On the other side, the Bartlett test computed statistic is above 164.22 (the critical value) for all five datasets and show the rejection of null hypothesis that states that the variables in datasets are orthogonal, so the extraction of common factors is not justified.

The table from above show the cumulative variance explained by all six factors and the statistic test that show if the selected number of factors for each dataset is sufficient. Tests were performed for a lower number of factors (starting from 2) until the p-value statistic associated to each test is higher than 0.05. In this respect, the null hypothesis is accepted and there is a perfect fit of factors.

The only exception is for 2016 dataset, the p-value is lower than 0.05, but not significantly lower. Still, for 2016, there were selected six factors, in order to compare the results with all other datasets. The total amount of variance explained by factors in each model is between 0.65 and 0.7.

The correlations between factors and the original variables (for all datasets: 2014 to 2018 from left to right) are presented in the figure from above. Using the correlations we observe that each factor is highly correlated with one or several variables and its signification may be determined through these correlations.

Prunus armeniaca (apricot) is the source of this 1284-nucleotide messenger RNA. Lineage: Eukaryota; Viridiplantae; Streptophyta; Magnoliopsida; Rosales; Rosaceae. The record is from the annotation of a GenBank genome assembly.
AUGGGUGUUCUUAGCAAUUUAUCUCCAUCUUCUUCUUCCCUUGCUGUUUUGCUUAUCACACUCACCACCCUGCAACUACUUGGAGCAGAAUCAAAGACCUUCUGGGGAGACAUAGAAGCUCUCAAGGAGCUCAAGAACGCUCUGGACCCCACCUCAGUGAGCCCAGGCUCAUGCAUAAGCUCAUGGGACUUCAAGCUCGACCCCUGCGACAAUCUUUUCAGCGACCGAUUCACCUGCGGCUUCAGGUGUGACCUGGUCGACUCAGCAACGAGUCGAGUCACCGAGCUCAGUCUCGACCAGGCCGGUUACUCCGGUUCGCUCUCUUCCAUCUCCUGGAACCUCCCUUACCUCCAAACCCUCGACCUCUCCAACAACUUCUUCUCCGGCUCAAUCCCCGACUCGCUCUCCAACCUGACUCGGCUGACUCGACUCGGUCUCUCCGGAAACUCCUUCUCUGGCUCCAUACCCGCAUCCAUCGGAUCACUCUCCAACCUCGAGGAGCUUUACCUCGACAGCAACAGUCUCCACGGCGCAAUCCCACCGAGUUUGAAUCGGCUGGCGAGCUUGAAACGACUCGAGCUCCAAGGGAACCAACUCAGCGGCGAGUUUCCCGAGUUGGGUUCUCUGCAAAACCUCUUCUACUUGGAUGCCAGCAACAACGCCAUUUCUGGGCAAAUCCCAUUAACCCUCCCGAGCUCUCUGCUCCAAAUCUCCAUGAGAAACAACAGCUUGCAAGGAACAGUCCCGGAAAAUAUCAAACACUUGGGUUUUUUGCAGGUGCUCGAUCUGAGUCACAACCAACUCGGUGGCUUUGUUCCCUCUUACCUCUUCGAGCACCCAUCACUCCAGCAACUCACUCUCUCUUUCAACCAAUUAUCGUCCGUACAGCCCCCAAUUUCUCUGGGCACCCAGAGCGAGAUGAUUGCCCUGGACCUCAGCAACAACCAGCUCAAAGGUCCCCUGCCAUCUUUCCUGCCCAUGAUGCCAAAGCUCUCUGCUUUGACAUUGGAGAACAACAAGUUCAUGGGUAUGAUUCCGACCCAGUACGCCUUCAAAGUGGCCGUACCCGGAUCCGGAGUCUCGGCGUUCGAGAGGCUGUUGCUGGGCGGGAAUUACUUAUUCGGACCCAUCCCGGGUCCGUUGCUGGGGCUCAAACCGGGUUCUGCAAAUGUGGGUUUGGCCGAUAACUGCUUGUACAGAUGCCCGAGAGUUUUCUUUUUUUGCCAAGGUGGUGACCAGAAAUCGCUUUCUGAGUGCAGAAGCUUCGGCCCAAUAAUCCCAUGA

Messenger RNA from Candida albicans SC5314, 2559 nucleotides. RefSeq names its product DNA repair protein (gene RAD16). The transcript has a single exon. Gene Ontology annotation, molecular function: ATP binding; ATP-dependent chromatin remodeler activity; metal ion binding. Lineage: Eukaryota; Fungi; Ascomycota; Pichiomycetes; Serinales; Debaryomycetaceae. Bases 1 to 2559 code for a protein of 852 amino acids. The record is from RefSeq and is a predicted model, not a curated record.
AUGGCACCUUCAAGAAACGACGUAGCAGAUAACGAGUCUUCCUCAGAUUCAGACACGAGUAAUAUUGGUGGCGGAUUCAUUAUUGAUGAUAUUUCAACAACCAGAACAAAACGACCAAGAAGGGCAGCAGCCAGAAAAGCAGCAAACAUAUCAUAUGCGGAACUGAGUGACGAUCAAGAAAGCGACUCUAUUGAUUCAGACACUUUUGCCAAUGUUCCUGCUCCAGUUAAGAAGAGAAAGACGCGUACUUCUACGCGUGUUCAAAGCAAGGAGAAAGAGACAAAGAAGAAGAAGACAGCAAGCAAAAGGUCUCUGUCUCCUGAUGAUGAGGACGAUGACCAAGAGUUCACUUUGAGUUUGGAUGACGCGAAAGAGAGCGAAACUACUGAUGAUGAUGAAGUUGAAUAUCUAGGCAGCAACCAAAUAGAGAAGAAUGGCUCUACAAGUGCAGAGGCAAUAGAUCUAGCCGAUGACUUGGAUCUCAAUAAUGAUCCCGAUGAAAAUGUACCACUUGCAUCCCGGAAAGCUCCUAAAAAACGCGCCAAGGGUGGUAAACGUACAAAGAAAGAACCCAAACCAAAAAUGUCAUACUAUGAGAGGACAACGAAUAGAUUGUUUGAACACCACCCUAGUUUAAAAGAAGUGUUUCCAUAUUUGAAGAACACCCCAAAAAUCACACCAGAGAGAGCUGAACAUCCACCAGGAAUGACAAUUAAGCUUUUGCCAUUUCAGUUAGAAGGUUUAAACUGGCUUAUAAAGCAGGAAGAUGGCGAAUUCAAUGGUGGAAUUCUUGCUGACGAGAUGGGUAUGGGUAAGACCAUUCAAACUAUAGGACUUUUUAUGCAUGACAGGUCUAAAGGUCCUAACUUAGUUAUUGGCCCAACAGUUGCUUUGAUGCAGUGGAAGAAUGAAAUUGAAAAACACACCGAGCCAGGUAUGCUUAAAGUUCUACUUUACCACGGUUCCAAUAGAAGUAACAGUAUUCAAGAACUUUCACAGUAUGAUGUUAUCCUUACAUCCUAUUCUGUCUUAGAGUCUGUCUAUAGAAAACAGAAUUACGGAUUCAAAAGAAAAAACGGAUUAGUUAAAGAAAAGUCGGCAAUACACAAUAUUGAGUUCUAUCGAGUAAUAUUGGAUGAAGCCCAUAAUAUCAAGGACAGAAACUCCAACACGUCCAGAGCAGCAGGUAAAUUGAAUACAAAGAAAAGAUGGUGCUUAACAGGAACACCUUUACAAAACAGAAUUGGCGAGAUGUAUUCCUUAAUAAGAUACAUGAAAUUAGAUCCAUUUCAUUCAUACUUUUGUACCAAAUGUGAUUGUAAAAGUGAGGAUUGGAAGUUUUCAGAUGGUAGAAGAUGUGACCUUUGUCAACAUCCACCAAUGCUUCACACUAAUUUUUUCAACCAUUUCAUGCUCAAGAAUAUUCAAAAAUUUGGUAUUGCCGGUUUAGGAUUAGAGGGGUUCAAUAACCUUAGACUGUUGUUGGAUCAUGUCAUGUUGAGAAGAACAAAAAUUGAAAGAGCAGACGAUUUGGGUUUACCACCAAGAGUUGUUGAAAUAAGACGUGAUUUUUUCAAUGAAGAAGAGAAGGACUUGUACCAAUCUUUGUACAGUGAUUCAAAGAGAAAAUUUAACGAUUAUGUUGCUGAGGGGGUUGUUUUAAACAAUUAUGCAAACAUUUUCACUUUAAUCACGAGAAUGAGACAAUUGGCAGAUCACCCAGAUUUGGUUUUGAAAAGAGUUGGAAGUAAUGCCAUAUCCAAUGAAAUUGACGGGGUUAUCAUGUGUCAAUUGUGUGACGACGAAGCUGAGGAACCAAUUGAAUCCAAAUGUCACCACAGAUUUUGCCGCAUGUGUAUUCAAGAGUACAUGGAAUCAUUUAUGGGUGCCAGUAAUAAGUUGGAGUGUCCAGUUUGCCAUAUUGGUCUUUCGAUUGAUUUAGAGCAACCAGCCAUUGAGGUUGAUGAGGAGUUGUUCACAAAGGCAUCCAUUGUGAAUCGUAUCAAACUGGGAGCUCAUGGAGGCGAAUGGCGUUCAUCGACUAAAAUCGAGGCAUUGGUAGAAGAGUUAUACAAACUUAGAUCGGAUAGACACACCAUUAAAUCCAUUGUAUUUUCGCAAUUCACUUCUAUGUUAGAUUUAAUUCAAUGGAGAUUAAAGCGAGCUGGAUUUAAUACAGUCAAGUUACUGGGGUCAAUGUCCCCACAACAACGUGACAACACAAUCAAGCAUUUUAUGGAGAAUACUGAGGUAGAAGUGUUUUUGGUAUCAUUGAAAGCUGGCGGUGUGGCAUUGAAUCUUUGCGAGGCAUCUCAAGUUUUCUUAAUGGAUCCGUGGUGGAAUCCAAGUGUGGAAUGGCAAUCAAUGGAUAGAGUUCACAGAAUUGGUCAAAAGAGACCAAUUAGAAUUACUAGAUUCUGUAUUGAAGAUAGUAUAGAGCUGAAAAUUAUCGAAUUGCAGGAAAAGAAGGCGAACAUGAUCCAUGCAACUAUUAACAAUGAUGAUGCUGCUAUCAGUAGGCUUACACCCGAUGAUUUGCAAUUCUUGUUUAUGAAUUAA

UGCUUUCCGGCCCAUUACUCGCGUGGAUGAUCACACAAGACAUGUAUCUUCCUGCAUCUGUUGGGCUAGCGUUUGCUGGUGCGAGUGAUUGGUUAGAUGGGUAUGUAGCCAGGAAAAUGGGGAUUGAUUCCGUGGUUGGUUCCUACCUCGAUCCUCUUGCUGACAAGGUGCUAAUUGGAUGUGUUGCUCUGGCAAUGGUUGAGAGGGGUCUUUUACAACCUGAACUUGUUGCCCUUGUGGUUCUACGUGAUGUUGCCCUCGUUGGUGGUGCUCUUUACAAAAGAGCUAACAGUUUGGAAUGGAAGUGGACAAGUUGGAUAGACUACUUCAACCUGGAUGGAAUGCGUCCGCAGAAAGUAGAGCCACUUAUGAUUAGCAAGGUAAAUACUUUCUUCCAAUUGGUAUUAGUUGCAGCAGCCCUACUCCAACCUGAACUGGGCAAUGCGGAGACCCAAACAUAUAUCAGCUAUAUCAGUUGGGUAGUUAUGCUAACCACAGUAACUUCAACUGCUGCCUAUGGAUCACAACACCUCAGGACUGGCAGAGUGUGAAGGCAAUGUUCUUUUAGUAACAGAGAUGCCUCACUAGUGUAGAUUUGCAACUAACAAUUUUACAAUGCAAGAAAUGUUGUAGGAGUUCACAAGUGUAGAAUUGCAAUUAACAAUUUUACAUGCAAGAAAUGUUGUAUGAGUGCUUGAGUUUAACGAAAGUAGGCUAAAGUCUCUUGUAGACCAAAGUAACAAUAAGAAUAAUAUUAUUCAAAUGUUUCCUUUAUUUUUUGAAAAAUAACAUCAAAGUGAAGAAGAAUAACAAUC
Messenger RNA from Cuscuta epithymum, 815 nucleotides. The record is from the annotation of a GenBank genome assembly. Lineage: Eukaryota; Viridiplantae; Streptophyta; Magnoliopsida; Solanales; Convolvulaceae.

All six factors considered for each dataset have almost the same signification (with slightly different composition) though datasets (even if the factor name is different) as:

- One factor is highly correlated with variables V1, V2, V4 (even V5) -GDP growth

- One factor correlated with V7 and V8 -direct investments

- One factor correlated with V15, V16, V17 -trade

- One factor correlated with V12 and V13 -domestic credit. For 2018, dataset has a negatively correlation.

- One factor is correlated with V14 and V3 (for some datasets) -unemployment, prices

- One factor correlated with V10 and V11 -banks and claims on central government.

There are also variables that have a high uniqueness value, so that factors cannot take much information from these variables. Even so, the interpretation for all six factors are almost the same in all five datasets, so classes in cluster analysis could have the same interpretation.

The factors extracted and interpreted above are used as new variables in Ward's hierarchical unsupervised cluster method in order to identify the best number of classes. For 2014 dataset, the dendrogram presented above shows that the best number of classes is two (it could be selected even three classes). In order to maintain the comparability between all five years, it selected only two classes. These two classes describes better the situation from factors point of view.

Figure from above presents the results for the third method of HCPC. The number of observations in each class is presented in the left side, while the classes' centers are in the right side. Interpreting the centroids of each class and dataset by taking into account the six factors, each class can have a low or a high risk of recession.